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Monday, April 27, 2009

RCMP backtracking comes too late

April 27, 2009
Ian Mulgrew, Vancouver Sun

Slowly, but surely, the Braidwood Commission into the Taser-related death of Robert Dziekanski is climbing the RCMP chain of command to determine who in authority countenanced the coverup that occurred.

Just as Watergate began with an inept burglary and grew to ensnare the president, so the inept response by four dumb cops at Vancouver Airport on Oct. 14, 2007 is being eclipsed by the revelations of what followed.

The testimony last week of the RCMP "media relations" officers who left falsehoods uncorrected for more than a year was startling.

In the hours after Dziekanski's death, RCMP Sgt. Pierre Lemaitre, the initial spokesman in the case, told reporters the Polish immigrant had been stunned twice when, in fact, the Taser had been deployed five times.

He went on to describe Dziekanski threatening the officers, swinging an object at them and struggling violently after the first Taser jolt had no effect -- even though a bystander's video showed otherwise.

Lemaitre said he only repeated what he was told by Cpl. Dale Carr, who was working with the investigators at the scene.

So embarrassing was Lemaitre's testimony, it prompted current senior RCMP spokesman Sgt. Tim Shields to quickly apologize for the force.

Like the rest of the RCMP's backtracking during these proceedings, however, it comes 19 months too late.

Carr, who took over from Lemaitre as spokesman, said he never corrected the initial statements because he was following orders from Supt. Wayne Rideout, the man then in charge of the Integrated Homicide Investigation Team.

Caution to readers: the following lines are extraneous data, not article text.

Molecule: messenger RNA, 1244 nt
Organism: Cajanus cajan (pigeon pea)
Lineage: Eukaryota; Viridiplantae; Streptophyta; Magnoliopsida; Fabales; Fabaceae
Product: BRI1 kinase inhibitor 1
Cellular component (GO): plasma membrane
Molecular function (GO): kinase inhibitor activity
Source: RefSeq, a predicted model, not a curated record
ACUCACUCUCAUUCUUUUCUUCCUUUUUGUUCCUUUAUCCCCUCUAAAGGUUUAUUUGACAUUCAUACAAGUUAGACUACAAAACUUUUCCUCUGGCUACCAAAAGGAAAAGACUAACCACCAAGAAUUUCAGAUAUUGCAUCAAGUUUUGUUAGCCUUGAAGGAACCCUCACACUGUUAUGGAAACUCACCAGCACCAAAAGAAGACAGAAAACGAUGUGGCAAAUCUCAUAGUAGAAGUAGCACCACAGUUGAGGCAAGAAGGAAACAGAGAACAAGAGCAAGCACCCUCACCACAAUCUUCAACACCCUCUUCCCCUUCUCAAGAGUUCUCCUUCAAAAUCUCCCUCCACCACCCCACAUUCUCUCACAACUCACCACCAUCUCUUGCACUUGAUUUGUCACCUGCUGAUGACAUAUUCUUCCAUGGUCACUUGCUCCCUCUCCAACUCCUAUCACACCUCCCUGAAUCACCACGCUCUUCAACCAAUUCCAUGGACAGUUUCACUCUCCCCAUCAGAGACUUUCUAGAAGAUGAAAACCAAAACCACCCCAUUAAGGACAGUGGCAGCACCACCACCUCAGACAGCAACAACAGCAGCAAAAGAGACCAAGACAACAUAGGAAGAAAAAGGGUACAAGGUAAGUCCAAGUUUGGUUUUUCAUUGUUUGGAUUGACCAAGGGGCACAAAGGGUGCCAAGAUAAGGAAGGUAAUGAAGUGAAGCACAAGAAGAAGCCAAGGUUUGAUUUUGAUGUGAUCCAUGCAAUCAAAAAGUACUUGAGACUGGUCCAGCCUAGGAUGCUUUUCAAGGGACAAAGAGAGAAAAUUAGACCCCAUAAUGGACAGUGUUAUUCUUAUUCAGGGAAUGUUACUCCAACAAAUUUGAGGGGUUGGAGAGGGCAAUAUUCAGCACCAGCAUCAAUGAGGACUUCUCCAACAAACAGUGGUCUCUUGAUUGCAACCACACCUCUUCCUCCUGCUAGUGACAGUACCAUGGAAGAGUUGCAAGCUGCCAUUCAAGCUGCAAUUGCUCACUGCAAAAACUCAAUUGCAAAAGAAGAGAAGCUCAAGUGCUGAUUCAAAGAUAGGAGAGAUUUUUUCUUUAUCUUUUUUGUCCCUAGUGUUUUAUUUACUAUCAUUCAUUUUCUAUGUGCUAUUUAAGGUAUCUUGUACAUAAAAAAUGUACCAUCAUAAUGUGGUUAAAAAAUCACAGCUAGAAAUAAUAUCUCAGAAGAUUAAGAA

The inaccuracies were corrected 14 months later, in December 2008, when Crown counsel announced it would not lay charges against any of the four Mounties.

Rideout ran the investigation into Dziekanski's death and was responsible for the report used to make that charge decision.

When he appears before the inquiry, he faces some tough questions.

For instance, why were the four officers not confronted with the amateur video and asked to explain the blatant contradictions between it and their version of events?

After 18 years as an investigator, Rideout could not help but notice the glaring incongruities. Not to go back and re-interview the Mounties in light of the video appears incompetent.

I am curious to see whether this veteran career cop is prepared to wear this botch-up or whether he will point upwards, too. That's why it's not just Rideout we should hear from.

I'd like to see on the stand former RCMP superintendent Ward Clapham, hired in the summer of last year to run the BC Transit cops.

He was in charge of the Richmond detachment, whose officers were involved, and, at 49, he retired suddenly last April, less than six months after the Dziekanski incident.

Did he agree with the strategy to leave the public record uncorrected? How does he feel about the conduct of his men? I bet he could shed a lot of light on these events.

But let's cut to the chase.

The man ultimately responsible for the RCMP response to this tragedy was Assistant Commissioner Peter German.

He's the only Mountie whose ambition to one day occupy the Commissioner's office in Ottawa was threatened by the Dziekanski scandal. If there is a Richard Nixon in this drama, it is German.

I'd like to see him on the stand explaining his role. Or is he going to say this outrageous incident didn't warrant his personal interest?

He must have approved Rideout's don't-tell-the-public strategy given the international furore Dziekanski's death was generating. The RCMP is a paramilitary organization and no one does anything that isn't approved by the officer in charge.

This was German's watch. The buck stopped with him.

So I say come on down, Assistant Commissioner, and tell us about your role in this entire sordid affair. Inquiring minds would love to know.

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